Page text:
The poster for this production features a rather forbidding image of an elderly, dark-skinned woman, whose face is adorned with dozens of diamonds in the form of a mask, reminiscent of the designs seen at Mexico’s Day of the Dead festival. The play’s marketing blurb promises a “darkly comic look at family loss and sibling rivalry” with “ugly truths” and the revelation of “shocking” secrets. The programme includes a list of ten possible triggers – from “generational trauma” to swearing. We’re assured that should we be affected during the performance someone will be on hand to escort us from the theatre, and also that at the end we can remain in our seats and reflect on the show, should we need to. Details are given of six self-care organisations. Imagine your reviewer gulping nervously… what sort of emotional flagellation has he signed up for?
Actually, for the most part Worth is a light, almost sitcom-like tale of a family coming together for a grandmother’s funeral. Of Chinese descent, there are four siblings, each very different physically and temperamentally. Penny (Jennifer Lim) takes on the role of tea-making people-pleaser, older brother Jacob (Arthur Lee) is a thuggish drug dealer, Ted (Stephen Hoo) is a successful dentist who never lets anyone forget it, and youngest May (Sara Chia-Jewell) is an evangelical Christian having decamped to America some years before. Completing the dysfunctional clan is Penny’s grumpy teenage son Anthony (Leo Buckley).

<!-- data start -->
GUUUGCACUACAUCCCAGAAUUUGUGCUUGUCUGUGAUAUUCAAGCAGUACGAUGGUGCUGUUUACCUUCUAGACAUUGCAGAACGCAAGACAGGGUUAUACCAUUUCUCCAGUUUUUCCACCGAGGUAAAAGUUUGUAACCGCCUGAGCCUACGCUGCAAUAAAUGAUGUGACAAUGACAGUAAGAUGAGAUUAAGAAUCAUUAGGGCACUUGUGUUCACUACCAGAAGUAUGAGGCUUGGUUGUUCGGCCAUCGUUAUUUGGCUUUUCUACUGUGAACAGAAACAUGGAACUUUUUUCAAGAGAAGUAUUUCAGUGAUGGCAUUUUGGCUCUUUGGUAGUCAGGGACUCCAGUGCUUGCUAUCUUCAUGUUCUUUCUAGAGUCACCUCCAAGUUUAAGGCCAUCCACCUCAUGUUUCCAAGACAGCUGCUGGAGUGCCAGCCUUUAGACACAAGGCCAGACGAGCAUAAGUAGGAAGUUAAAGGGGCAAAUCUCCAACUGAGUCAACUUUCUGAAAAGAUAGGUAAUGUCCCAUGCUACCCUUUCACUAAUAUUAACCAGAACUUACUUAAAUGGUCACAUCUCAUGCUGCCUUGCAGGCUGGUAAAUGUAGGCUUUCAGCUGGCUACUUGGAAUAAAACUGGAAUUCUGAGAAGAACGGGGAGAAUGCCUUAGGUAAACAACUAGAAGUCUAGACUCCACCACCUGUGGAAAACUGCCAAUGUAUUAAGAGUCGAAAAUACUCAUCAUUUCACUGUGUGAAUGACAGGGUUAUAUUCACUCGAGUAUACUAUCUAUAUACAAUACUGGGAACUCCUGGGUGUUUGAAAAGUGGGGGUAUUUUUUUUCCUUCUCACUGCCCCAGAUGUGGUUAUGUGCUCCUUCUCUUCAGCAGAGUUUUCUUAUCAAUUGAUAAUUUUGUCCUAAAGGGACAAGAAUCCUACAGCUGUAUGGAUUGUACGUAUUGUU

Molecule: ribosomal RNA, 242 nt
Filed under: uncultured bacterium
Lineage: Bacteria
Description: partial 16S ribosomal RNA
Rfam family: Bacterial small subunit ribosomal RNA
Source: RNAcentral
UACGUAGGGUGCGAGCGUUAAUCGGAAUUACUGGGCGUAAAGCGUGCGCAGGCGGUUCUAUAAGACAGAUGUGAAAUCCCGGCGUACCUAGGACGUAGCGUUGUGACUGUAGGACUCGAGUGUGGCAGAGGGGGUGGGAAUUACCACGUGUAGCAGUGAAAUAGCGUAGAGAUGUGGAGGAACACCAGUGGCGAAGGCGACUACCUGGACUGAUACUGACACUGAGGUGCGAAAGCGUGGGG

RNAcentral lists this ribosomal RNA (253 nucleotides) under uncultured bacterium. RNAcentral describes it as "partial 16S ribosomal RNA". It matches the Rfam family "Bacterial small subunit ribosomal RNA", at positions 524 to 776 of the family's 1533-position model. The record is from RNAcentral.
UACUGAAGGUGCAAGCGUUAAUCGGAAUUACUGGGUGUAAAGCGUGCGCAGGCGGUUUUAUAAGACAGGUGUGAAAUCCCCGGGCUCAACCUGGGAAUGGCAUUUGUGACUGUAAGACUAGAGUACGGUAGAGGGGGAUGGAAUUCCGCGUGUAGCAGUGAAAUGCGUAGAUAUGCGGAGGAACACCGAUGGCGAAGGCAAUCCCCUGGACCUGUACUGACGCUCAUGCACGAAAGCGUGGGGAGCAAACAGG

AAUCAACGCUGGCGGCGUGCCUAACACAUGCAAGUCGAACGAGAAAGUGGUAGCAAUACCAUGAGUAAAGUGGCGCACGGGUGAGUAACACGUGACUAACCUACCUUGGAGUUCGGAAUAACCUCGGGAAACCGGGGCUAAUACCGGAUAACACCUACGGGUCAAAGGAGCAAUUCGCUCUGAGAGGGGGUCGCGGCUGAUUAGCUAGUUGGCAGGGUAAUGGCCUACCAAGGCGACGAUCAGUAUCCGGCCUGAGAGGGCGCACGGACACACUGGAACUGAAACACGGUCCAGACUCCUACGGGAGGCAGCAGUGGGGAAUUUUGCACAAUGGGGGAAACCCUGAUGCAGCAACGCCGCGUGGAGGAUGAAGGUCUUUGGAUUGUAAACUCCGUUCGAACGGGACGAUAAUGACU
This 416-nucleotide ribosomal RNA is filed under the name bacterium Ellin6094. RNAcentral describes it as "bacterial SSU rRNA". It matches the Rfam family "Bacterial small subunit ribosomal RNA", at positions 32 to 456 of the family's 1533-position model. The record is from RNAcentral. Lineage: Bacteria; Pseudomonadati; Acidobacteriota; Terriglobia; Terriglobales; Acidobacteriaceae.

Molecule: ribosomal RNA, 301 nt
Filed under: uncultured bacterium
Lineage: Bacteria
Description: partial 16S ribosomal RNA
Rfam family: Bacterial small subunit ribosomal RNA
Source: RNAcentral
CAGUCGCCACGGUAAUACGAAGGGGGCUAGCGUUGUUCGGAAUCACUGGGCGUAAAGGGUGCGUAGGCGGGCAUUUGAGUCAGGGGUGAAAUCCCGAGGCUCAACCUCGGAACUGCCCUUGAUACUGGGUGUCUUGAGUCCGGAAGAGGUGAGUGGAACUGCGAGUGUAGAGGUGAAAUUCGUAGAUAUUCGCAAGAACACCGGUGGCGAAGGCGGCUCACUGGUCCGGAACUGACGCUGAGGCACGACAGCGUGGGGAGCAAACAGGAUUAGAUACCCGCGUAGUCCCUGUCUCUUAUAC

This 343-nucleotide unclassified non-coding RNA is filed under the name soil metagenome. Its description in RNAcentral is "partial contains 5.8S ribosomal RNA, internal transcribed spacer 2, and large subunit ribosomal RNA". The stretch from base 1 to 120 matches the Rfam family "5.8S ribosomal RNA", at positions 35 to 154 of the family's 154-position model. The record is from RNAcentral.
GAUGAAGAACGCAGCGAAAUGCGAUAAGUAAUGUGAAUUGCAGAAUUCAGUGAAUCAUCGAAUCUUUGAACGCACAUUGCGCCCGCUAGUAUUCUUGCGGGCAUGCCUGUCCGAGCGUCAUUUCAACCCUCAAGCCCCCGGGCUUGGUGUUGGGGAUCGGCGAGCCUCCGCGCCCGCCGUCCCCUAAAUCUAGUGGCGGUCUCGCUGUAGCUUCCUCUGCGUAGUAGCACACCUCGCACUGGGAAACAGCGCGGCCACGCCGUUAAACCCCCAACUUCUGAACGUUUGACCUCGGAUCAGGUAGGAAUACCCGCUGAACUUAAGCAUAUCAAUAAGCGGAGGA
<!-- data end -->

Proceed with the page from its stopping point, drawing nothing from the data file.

The characters are well defined and there are some nicely crafted lines containing a bitter mix of truth and cruelty. Once the characters are established and we have a clear sense of the multiple dynamics flowing through the family, Ted reveals the real motor of the plot: the four children are co-inheritors, but Gran was skint and the house is about to be repossessed. However, Gran didn’t like using banks and both Ted and Penny have been supporting her with regular cash injections for years, so they reckon there must be about £20,000 stashed somewhere in the house. The second half of the play mostly concerns them all trying to find it.
If Worth is not quite as grim as advertised, things do get unpleasantly violent towards the end. The laughs fade as home truths are faced and secrets are revealed, before everyone’s story arc is tidily concluded in one way or another.
The cast are uniformly capable, and gamely follow where the script leads them. These are not particularly sophisticated or profound characters, but the performers mine them for as much humour and storytelling power as they can. As the bullying Jacob, Lee exerts a genuinely menacing presence, and his principal victim, Ted, is portrayed by Hoo with a wretched sense of cowardliness. In the final moments of the play, Lim delights in giving Penny a sort of emotional rebirth, which is pleasing to witness.
Occasionally the action is interrupted by abrupt lighting stings and abstract movements which feel parachuted in from an entirely different production, but overall Worth is a solid piece of entertainment which reaches beyond mere farce but probably isn’t as starkly meaningful as it thinks it is. It’s worth seeing to make your own mind up – just don’t let the overdone marketing mislead you as to what to expect.
Written by: Joanne Lau
Directed by: Mingyu Lin
Produced by: New Earth Theatre and Storyhouse
Worth plays at Arcola Theatre until 29 April. Further information and bookings can be found here.